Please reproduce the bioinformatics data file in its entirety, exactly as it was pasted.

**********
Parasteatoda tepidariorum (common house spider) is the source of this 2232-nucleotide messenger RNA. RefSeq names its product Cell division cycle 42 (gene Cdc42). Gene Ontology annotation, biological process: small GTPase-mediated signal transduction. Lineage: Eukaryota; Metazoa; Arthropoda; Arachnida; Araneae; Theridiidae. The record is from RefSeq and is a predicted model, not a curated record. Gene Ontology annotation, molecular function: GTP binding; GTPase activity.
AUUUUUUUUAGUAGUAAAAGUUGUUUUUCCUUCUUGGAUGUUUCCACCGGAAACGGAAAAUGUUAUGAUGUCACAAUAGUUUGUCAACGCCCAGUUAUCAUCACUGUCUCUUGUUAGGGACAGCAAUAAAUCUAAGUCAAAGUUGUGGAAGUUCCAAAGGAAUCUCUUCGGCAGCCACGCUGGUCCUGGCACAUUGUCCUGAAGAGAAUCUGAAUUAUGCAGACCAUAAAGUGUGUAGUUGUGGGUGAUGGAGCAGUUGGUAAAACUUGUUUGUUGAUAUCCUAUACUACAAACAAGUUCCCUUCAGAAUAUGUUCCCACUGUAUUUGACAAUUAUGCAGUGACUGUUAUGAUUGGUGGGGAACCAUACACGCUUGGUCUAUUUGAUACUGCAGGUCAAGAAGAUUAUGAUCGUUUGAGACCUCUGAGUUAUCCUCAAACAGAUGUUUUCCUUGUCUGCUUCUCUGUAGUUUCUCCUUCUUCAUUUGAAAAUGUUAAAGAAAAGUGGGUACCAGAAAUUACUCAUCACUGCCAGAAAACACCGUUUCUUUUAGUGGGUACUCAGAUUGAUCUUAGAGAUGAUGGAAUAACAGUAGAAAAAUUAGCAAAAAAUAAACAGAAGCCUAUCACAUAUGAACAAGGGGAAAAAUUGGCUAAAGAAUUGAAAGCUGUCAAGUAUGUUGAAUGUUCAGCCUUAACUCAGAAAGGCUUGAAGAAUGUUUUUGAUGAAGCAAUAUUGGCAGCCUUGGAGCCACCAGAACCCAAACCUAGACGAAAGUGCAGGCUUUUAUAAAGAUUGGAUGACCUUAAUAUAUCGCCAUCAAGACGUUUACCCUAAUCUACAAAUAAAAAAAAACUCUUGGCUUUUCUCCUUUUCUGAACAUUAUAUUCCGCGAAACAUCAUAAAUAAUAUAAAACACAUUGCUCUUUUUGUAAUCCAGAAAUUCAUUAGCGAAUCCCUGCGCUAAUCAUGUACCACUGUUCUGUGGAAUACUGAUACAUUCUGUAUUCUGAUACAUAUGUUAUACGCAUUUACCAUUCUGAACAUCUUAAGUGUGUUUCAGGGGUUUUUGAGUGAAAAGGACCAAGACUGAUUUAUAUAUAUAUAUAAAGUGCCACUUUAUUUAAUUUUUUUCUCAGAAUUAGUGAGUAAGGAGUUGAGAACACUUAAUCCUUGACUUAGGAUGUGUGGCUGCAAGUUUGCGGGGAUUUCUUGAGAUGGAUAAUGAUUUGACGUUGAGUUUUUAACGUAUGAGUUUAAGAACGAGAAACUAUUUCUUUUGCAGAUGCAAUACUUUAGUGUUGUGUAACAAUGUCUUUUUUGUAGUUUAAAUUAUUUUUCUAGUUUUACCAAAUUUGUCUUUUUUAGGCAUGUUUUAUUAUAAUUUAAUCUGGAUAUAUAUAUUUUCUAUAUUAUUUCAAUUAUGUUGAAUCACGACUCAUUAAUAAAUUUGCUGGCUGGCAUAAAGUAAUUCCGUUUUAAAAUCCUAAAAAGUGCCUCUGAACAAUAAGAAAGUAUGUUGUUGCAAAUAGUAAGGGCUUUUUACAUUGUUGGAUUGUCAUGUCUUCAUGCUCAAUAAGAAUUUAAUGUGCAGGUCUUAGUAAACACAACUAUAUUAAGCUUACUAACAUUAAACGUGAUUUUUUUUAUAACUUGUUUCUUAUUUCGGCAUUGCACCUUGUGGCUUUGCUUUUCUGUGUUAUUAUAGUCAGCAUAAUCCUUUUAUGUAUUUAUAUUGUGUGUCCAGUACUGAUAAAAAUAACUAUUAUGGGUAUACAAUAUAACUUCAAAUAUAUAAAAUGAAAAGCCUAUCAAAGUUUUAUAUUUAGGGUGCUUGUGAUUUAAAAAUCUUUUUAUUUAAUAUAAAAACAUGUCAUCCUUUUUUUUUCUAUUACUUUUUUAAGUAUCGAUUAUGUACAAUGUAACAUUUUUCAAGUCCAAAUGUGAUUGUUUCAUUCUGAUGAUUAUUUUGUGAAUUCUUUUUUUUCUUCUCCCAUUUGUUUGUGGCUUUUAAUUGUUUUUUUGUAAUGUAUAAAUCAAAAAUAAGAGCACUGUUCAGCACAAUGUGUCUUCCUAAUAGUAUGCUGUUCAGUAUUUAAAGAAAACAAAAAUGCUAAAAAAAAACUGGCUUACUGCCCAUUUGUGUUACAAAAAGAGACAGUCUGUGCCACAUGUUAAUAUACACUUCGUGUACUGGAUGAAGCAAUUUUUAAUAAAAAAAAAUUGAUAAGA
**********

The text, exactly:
Parasteatoda tepidariorum (common house spider) is the source of this 2232-nucleotide messenger RNA. RefSeq names its product Cell division cycle 42 (gene Cdc42). Gene Ontology annotation, biological process: small GTPase-mediated signal transduction. Lineage: Eukaryota; Metazoa; Arthropoda; Arachnida; Araneae; Theridiidae. The record is from RefSeq and is a predicted model, not a curated record. Gene Ontology annotation, molecular function: GTP binding; GTPase activity.
AUUUUUUUUAGUAGUAAAAGUUGUUUUUCCUUCUUGGAUGUUUCCACCGGAAACGGAAAAUGUUAUGAUGUCACAAUAGUUUGUCAACGCCCAGUUAUCAUCACUGUCUCUUGUUAGGGACAGCAAUAAAUCUAAGUCAAAGUUGUGGAAGUUCCAAAGGAAUCUCUUCGGCAGCCACGCUGGUCCUGGCACAUUGUCCUGAAGAGAAUCUGAAUUAUGCAGACCAUAAAGUGUGUAGUUGUGGGUGAUGGAGCAGUUGGUAAAACUUGUUUGUUGAUAUCCUAUACUACAAACAAGUUCCCUUCAGAAUAUGUUCCCACUGUAUUUGACAAUUAUGCAGUGACUGUUAUGAUUGGUGGGGAACCAUACACGCUUGGUCUAUUUGAUACUGCAGGUCAAGAAGAUUAUGAUCGUUUGAGACCUCUGAGUUAUCCUCAAACAGAUGUUUUCCUUGUCUGCUUCUCUGUAGUUUCUCCUUCUUCAUUUGAAAAUGUUAAAGAAAAGUGGGUACCAGAAAUUACUCAUCACUGCCAGAAAACACCGUUUCUUUUAGUGGGUACUCAGAUUGAUCUUAGAGAUGAUGGAAUAACAGUAGAAAAAUUAGCAAAAAAUAAACAGAAGCCUAUCACAUAUGAACAAGGGGAAAAAUUGGCUAAAGAAUUGAAAGCUGUCAAGUAUGUUGAAUGUUCAGCCUUAACUCAGAAAGGCUUGAAGAAUGUUUUUGAUGAAGCAAUAUUGGCAGCCUUGGAGCCACCAGAACCCAAACCUAGACGAAAGUGCAGGCUUUUAUAAAGAUUGGAUGACCUUAAUAUAUCGCCAUCAAGACGUUUACCCUAAUCUACAAAUAAAAAAAAACUCUUGGCUUUUCUCCUUUUCUGAACAUUAUAUUCCGCGAAACAUCAUAAAUAAUAUAAAACACAUUGCUCUUUUUGUAAUCCAGAAAUUCAUUAGCGAAUCCCUGCGCUAAUCAUGUACCACUGUUCUGUGGAAUACUGAUACAUUCUGUAUUCUGAUACAUAUGUUAUACGCAUUUACCAUUCUGAACAUCUUAAGUGUGUUUCAGGGGUUUUUGAGUGAAAAGGACCAAGACUGAUUUAUAUAUAUAUAUAAAGUGCCACUUUAUUUAAUUUUUUUCUCAGAAUUAGUGAGUAAGGAGUUGAGAACACUUAAUCCUUGACUUAGGAUGUGUGGCUGCAAGUUUGCGGGGAUUUCUUGAGAUGGAUAAUGAUUUGACGUUGAGUUUUUAACGUAUGAGUUUAAGAACGAGAAACUAUUUCUUUUGCAGAUGCAAUACUUUAGUGUUGUGUAACAAUGUCUUUUUUGUAGUUUAAAUUAUUUUUCUAGUUUUACCAAAUUUGUCUUUUUUAGGCAUGUUUUAUUAUAAUUUAAUCUGGAUAUAUAUAUUUUCUAUAUUAUUUCAAUUAUGUUGAAUCACGACUCAUUAAUAAAUUUGCUGGCUGGCAUAAAGUAAUUCCGUUUUAAAAUCCUAAAAAGUGCCUCUGAACAAUAAGAAAGUAUGUUGUUGCAAAUAGUAAGGGCUUUUUACAUUGUUGGAUUGUCAUGUCUUCAUGCUCAAUAAGAAUUUAAUGUGCAGGUCUUAGUAAACACAACUAUAUUAAGCUUACUAACAUUAAACGUGAUUUUUUUUAUAACUUGUUUCUUAUUUCGGCAUUGCACCUUGUGGCUUUGCUUUUCUGUGUUAUUAUAGUCAGCAUAAUCCUUUUAUGUAUUUAUAUUGUGUGUCCAGUACUGAUAAAAAUAACUAUUAUGGGUAUACAAUAUAACUUCAAAUAUAUAAAAUGAAAAGCCUAUCAAAGUUUUAUAUUUAGGGUGCUUGUGAUUUAAAAAUCUUUUUAUUUAAUAUAAAAACAUGUCAUCCUUUUUUUUUCUAUUACUUUUUUAAGUAUCGAUUAUGUACAAUGUAACAUUUUUCAAGUCCAAAUGUGAUUGUUUCAUUCUGAUGAUUAUUUUGUGAAUUCUUUUUUUUCUUCUCCCAUUUGUUUGUGGCUUUUAAUUGUUUUUUUGUAAUGUAUAAAUCAAAAAUAAGAGCACUGUUCAGCACAAUGUGUCUUCCUAAUAGUAUGCUGUUCAGUAUUUAAAGAAAACAAAAAUGCUAAAAAAAAACUGGCUUACUGCCCAUUUGUGUUACAAAAAGAGACAGUCUGUGCCACAUGUUAAUAUACACUUCGUGUACUGGAUGAAGCAAUUUUUAAUAAAAAAAAAUUGAUAAGA